RUP was the first standard I came across to offer a comprehensive selection of document templates, including a template for the solution architecture document.
Both RUP and many other published works favor the so-called 4+1 views for conveying the architecture. Two of these views are the logical and physical views, which don’t make sense to me, because I don’t understand which exact concerns they are supposed to address.
This book introduces a practical set of views that each address various stakeholders’ concerns more appropriately. My own preferred template for documenting solution architecture is heavily inspired by this book and RUP.
I highly recommend that you visit Nick’s and Eoin’s website to explorer their ideas about viewpoints and perspectives.
This book thoroughly explains key concepts of elegant and maintainable architecture, specifically the SOLID principles.
The obvious audience is architects and lead designers but I have also recommended it to a few project managers who have shown interest in understanding the rationale behind some of my design choices that sometimes collide with what they hear from other projects in their organization (either run without an architect or with one who hasn’t read this book).
Be sure to also visit the author’s blog, The Clean Coder Blog.
Agile is perhaps the most misunderstood idea in modern time. Everyone I work with in projects call everything agile.
To them, agile means no planning, no engineering, no testing, no business analysis, no requirements specification – you just run a series of workshops that scratch the surface of an idea, and then ask different teams to start building various components.
Everyone, regardless of their role in a project or line management, should read this book.
Be sure to also visit the author’s blog, The Clean Coder Blog.
I found this book when trying to learn more about how to develop solid business cases. After 35 years in the business I have at most been in perhaps three projects that were actually based on a business case. Either no one asks for it, or they’re convinced it’s redundant because “it’s a compliance project”, or they just don’t know how to develop a business case.
This books teaches you how to measure everything, which is the prerequisite for developing a proper business case. As an architect, I build on that to derive the KPIs, which in turn tells me which metrics my software design needs to gather and store to support monitoring the KPIs.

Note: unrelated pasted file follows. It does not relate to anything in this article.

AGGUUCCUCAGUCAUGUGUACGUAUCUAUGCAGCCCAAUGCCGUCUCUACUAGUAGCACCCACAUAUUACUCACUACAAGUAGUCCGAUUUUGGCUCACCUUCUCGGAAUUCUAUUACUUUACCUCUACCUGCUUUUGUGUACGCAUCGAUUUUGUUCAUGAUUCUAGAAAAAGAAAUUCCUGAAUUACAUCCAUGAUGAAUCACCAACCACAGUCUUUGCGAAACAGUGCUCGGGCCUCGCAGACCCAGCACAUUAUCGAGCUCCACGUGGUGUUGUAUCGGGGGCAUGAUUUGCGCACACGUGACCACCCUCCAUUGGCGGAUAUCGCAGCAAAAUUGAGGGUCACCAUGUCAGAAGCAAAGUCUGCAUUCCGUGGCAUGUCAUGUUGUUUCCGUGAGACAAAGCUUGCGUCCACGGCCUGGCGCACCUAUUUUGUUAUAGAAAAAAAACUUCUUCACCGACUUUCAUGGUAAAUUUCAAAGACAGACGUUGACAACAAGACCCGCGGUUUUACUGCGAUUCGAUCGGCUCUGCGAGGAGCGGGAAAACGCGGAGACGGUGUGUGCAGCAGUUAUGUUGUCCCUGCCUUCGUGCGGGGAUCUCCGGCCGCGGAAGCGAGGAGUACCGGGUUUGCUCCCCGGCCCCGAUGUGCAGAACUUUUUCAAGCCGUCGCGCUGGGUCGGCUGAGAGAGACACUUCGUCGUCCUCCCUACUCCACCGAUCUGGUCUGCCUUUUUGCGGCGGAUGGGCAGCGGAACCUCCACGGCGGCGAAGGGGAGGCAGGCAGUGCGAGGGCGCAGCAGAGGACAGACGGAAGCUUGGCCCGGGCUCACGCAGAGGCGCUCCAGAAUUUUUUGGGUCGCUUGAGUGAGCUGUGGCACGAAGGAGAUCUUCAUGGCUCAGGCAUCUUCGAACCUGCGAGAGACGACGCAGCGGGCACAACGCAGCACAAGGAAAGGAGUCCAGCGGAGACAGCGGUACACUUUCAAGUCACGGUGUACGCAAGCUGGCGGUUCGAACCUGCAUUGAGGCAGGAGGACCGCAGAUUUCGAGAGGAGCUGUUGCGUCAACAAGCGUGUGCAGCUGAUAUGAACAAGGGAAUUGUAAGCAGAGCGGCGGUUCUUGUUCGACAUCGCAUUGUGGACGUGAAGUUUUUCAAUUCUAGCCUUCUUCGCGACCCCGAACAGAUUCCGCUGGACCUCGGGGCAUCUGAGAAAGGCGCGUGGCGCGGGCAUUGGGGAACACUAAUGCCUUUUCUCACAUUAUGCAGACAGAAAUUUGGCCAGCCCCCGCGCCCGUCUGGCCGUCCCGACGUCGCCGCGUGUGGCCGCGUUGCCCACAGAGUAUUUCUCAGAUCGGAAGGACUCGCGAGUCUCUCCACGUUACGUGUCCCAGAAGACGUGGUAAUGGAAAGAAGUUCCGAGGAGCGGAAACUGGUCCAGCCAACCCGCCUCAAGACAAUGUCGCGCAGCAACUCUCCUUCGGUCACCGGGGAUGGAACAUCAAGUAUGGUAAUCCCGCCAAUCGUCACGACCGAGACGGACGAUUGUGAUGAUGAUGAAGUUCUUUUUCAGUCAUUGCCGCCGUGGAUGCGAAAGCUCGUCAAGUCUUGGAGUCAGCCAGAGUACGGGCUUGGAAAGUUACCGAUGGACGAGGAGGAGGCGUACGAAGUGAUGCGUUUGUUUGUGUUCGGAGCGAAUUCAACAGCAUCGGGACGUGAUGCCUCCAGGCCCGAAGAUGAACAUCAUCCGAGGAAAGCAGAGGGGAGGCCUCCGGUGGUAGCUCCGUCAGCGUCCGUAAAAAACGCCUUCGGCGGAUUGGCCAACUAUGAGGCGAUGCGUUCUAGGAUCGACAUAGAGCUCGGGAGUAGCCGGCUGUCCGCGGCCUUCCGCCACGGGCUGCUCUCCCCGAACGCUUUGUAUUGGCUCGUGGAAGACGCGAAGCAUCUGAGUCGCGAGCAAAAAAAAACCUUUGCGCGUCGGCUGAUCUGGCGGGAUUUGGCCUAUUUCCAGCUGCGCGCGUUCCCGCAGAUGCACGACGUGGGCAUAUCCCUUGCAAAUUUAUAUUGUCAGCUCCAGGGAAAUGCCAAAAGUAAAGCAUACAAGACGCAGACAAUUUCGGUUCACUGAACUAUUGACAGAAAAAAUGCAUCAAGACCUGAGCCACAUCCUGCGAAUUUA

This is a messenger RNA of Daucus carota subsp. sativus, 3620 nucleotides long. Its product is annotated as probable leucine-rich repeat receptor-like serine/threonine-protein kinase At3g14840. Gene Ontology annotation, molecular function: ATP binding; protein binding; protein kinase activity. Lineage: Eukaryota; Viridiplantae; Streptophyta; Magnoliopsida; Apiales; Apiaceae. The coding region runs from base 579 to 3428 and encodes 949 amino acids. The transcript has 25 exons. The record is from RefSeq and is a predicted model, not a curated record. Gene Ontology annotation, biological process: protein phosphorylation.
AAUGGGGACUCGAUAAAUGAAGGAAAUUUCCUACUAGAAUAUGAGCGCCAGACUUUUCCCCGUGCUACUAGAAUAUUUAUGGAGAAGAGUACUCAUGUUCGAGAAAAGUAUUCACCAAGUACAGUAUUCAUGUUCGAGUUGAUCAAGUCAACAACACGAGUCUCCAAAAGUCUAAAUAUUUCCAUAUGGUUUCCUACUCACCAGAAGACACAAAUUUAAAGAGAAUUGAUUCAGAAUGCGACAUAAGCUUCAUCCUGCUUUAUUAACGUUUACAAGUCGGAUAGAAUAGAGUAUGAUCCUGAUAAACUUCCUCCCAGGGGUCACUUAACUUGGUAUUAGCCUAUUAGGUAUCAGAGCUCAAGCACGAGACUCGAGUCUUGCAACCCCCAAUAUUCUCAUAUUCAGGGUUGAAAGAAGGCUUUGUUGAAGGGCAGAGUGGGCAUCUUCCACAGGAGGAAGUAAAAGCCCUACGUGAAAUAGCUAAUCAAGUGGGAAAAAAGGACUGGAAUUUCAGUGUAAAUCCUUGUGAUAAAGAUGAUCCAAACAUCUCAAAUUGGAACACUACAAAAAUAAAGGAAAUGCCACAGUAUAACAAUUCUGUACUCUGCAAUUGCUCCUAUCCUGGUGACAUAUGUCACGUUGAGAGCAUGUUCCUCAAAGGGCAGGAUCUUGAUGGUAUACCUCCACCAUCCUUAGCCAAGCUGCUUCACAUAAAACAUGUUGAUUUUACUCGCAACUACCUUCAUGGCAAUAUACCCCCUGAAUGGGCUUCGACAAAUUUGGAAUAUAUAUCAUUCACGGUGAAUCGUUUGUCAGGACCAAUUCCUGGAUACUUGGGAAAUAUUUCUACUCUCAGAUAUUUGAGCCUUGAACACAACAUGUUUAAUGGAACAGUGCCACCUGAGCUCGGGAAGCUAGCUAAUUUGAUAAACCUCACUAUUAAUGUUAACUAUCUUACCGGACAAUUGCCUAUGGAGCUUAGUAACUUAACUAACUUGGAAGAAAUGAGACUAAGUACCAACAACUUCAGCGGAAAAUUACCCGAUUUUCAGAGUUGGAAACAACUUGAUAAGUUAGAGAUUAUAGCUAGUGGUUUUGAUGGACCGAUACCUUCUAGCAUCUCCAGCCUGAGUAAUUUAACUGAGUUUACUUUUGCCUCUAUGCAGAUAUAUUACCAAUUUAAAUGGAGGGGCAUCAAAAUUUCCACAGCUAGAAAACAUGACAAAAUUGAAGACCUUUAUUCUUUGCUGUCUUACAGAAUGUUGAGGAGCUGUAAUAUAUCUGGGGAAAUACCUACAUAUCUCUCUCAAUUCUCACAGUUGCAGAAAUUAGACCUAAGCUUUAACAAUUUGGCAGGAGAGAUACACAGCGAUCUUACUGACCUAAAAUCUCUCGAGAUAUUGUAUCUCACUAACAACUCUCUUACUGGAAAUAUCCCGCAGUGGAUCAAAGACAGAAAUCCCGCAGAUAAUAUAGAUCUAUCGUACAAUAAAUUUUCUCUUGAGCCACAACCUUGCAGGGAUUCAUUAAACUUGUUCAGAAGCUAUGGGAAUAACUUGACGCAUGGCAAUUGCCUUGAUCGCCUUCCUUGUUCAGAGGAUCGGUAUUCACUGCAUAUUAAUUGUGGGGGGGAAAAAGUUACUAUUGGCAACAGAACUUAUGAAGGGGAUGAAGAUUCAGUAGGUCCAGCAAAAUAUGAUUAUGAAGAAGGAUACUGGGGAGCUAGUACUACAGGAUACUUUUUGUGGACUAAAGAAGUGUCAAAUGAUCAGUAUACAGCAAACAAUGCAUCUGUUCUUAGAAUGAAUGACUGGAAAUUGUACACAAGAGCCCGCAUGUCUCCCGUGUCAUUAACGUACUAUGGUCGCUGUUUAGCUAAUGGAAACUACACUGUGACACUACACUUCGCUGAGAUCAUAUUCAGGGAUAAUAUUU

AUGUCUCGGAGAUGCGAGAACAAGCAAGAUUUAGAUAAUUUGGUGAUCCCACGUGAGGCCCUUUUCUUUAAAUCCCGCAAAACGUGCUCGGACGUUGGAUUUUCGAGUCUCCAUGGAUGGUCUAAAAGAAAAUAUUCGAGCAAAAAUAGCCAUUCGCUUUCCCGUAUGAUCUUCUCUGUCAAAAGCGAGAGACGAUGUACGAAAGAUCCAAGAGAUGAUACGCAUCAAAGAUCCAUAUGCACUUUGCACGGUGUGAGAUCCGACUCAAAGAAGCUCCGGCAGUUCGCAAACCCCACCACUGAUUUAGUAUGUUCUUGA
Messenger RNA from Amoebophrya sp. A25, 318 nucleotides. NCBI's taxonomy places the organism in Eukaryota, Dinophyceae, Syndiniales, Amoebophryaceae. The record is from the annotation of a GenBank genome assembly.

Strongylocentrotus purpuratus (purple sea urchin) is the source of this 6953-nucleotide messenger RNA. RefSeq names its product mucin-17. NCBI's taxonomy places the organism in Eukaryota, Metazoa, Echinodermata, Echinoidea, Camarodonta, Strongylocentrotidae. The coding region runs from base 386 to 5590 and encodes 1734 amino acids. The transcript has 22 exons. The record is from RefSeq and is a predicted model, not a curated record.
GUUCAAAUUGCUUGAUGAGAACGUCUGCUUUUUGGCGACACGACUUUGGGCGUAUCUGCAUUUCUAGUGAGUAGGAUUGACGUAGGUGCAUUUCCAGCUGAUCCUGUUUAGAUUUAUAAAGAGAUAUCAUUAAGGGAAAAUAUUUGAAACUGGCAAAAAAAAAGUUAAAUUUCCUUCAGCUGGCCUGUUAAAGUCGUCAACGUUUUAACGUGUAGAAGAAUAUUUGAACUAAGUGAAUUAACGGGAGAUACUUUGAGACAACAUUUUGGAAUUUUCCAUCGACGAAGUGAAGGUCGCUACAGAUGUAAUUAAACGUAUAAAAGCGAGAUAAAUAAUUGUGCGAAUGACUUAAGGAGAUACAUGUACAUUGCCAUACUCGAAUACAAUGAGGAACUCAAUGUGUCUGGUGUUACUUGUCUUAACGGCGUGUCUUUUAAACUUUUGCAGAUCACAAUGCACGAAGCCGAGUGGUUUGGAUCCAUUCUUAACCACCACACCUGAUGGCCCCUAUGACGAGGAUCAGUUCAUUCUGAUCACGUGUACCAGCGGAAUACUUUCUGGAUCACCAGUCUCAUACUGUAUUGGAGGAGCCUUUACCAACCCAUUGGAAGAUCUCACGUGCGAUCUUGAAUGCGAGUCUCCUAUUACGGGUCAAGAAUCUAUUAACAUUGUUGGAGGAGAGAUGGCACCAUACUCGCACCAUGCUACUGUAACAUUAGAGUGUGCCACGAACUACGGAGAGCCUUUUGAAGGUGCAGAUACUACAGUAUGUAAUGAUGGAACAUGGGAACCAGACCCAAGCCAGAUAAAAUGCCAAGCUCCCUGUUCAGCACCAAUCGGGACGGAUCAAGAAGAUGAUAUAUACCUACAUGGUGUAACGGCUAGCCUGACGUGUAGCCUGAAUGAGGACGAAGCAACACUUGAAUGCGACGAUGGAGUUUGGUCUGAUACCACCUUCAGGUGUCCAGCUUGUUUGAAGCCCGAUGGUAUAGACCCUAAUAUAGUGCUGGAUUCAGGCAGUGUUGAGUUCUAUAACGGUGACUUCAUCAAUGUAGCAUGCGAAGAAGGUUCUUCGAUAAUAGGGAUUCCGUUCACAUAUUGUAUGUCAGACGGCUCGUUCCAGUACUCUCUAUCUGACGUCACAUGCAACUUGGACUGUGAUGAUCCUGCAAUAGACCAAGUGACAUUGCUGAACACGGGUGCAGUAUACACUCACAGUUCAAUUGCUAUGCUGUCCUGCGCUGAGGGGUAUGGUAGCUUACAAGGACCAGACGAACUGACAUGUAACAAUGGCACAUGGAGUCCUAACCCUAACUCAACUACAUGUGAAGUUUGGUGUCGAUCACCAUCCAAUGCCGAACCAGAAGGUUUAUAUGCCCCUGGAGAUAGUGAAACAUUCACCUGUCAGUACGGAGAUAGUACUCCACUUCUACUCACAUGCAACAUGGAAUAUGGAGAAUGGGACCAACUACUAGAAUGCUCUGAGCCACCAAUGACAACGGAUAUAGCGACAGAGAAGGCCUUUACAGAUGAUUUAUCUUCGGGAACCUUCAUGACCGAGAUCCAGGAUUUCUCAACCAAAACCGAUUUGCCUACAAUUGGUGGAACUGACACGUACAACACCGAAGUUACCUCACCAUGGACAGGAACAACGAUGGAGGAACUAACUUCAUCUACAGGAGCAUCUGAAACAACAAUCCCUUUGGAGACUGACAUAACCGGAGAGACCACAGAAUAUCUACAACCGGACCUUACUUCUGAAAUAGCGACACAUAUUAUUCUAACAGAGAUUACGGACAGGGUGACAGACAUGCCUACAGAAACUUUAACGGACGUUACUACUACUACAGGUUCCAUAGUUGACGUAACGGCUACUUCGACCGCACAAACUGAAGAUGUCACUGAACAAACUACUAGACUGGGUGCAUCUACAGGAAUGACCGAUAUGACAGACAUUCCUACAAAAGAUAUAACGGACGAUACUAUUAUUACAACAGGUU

So, this is why this book is also relevant to architects – generating metrics requires functionality and technology, and has a significant impact on our architecture.
In my current project, half the code we’ve written gathers and emits metrics, which no-one (from the ‘business’ asked for), but is essential to measure the solution’s performance and capacity in relation to the corresponding design goals.
Unfortunately, user stories have replaced use cases in ‘agile’ development – probably because people are too lazy to learn how to write use cases.
This guide offers a really smart way of using user stories to cover slices of more comprehensive and formal use case specifications as a way of controlling which parts are implemented in which iteration of a project.
by the Eclipse Process Framework Project (closed in 2023).
With RUP being ‘locked away’ under IBM’s commercial license I suggest you browse the open-source and more lightweight OpenUP.
Browse it online or download and browse it locally. And the method authoring tool, which has been used to develop it is also available. So, you can tailor and publish your customized development process, integrating it with whatever else you already have in place – including branding the document templated to align them with your organization’s graphical profile.
In this brilliant article, Fred Nickols describes a very practical approach to the otherwise very mystical challenge of identifying processes.
In short, he reminds us that processes are of course sequences of activities, and suggest meaningful criteria for identifying boundaries, which help us decide when one activity should be the last in one process and the next activity should be the first in another process.